LIFESTYLE

'Chapo tacos' and other narco-inspired foods selling like hot cakes in L.A. eatery

Forget about wearing a fancy shirt just like his. In Los Angeles, fans of the world's most powerful drug trafficker are now having a bite of “El Chapo.”

Well, of a taco named after the captured Sinaloa cartel boss, that is.

A small Mexican food restaurant in Southeast L.A. is getting a lot of buzz since its opening four months ago thanks to a variety of plates named after Joaquín "El Chapo" Guzmán.

Flanked between a liquor store and a bodega, Los Tacos Desvelados (The Insomniac Tacos) caters to residents of Maywood, a small city of predominantly Latino population where many work in factories at nearby Vernon and Commerce.

Just like it happened with the L.A. store Barabas, that sells the now famous shirts "Chapo," interest in the small Mexican eatery has grown after the recapture in Sinaloa of Guzmán in January.

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The most sought after dish, said restaurant owner Fabricio Ramirez, is “La Fuga” and it is of course in reference to El Chapo’s epic escape from a maximum-security prison in Mexico City last July.

“You can’t leave it out when you order,” he adds. “It’s a combination of roast beef with onions, rice, beans, sausage, avocados and cheese and tortillas.”

“I love it,” said Amalia Romero, who enjoyed a Fuga burrito with her daughter Alicia recently.

“It’s fun to be here and this food is really good,” she told Fox News Latino.

To those of lighter appetite the eatery offers “El Chapito Guzmán,” a modest taco made of two small tortillas.

As they chew, admirers or not, diners at Los Tacos Desvelados are hardly able to escape the drug lord’s stare as he looks on from the various posters hanging on the walls or peeks out from a small altar built in his honor.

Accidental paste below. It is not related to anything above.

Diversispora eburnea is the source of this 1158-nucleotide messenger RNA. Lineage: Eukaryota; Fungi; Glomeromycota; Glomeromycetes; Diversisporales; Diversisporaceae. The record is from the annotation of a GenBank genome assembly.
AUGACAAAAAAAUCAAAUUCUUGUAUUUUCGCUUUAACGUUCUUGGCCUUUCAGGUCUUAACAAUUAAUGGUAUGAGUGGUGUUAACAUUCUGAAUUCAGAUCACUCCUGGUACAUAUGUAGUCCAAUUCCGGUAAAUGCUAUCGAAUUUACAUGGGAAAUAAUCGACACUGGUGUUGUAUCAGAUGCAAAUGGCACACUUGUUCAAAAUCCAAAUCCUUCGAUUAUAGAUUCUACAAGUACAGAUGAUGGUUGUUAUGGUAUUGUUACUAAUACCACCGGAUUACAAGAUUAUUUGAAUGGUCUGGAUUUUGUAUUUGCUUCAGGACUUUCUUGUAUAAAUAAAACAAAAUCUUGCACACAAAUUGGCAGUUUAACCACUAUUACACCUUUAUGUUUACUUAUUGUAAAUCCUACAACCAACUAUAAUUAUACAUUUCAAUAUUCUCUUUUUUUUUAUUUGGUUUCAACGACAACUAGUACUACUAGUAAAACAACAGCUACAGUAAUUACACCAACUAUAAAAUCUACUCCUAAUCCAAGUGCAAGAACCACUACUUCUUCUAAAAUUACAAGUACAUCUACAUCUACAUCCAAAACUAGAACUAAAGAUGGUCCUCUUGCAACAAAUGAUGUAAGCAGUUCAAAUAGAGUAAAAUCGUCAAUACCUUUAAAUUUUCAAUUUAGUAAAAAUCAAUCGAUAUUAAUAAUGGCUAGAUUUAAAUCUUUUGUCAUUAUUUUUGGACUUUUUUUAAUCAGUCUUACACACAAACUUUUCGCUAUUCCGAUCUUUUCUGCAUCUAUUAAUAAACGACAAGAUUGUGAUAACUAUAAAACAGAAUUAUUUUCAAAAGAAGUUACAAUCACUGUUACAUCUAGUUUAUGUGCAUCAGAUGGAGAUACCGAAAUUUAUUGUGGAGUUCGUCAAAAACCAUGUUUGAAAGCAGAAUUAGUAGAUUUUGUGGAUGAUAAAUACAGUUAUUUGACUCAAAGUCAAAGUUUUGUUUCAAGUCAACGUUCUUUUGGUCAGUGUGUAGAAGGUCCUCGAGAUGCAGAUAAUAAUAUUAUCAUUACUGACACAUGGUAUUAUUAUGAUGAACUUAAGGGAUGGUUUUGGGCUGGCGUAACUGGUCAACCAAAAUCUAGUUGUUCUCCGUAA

But the Sinaloa narco is not the only notorious “outlaw” honored at the eatery. How about an Al Capone taco, with handmade tortillas? Or would you prefer a Pablo Escobar burrito?

There are also dishes named after other legendary but less known kingpins, like El Rayo de Sinaloa, and dangerous ladies such as La Reina del Pacifico (Sandra Avila Beltrán) and the fictional character of the Telemundo telenovela “La Reina del Sur” (The Queen of the South).

Beaming with pride, Ramirez said the colorful menu and witty decoration in his establishment always make his clients smile.

“We wanted to do a different concept, and thanks to God we are so happy because we’ve nailed it,” he added.

On a small table with the “taqueria” logo printed on top, Ceci Perez delighted recently in the “La Reina del Sur” quesadilla in front of her.

“The taste is different here. Reminds me of homemade food back home in Mexico,” she said.

Contributing to the fun atmosphere, there are several walls artfully painted in a graffiti style with writings that mirror Mexican humor and playfulness found in narcocorridos and other regional Mexican music.

“If life gives you lemons, put them in your taquitos,” reads one.

“With that we get a little smile from [new customers], and for us that is a good thing,” said Ramirez, a former musician who also produces musical events in Los Angeles.

“It's not like coming into a place and saying: “Give me some tacos”. No, you come in here and say: “Give me an Al Capone or four Guzman Chapitos and a Pablo Escobar. This is different.”

The small altar to El Chapo in a corner of the restaurant was actually the idea of some of his clients, he said.

“The day of Guzman’s recapture the place was packed full of people, and  this lady came to me and said: ‘I’ll give you something to place an altar’, and I thought it was a good idea.”

Ramirez said the lady came back with a photo and a small white table, and that from then on, clients have started bringing photos, candles and other objects related to the Mexican kingpin.

“El Chapo Guzman can be an angel for some and a devil for others,” he reflected. “Maybe he has done harm in some way but he has also helped other families a lot.”

Some clients have suggested he changes the name of the “La Fuga” plate to “The Capture,” after the drug lord’s recapture a few months back, but Ramirez thinks otherwise.

“We are waiting for the third escape,” he said.

Marcia Facundo is a freelance journalist who currently reports from Los Angeles, California. She has worked for El Nuevo Herald and as Hispanic Affairs Correspondent for the BBC World Service.

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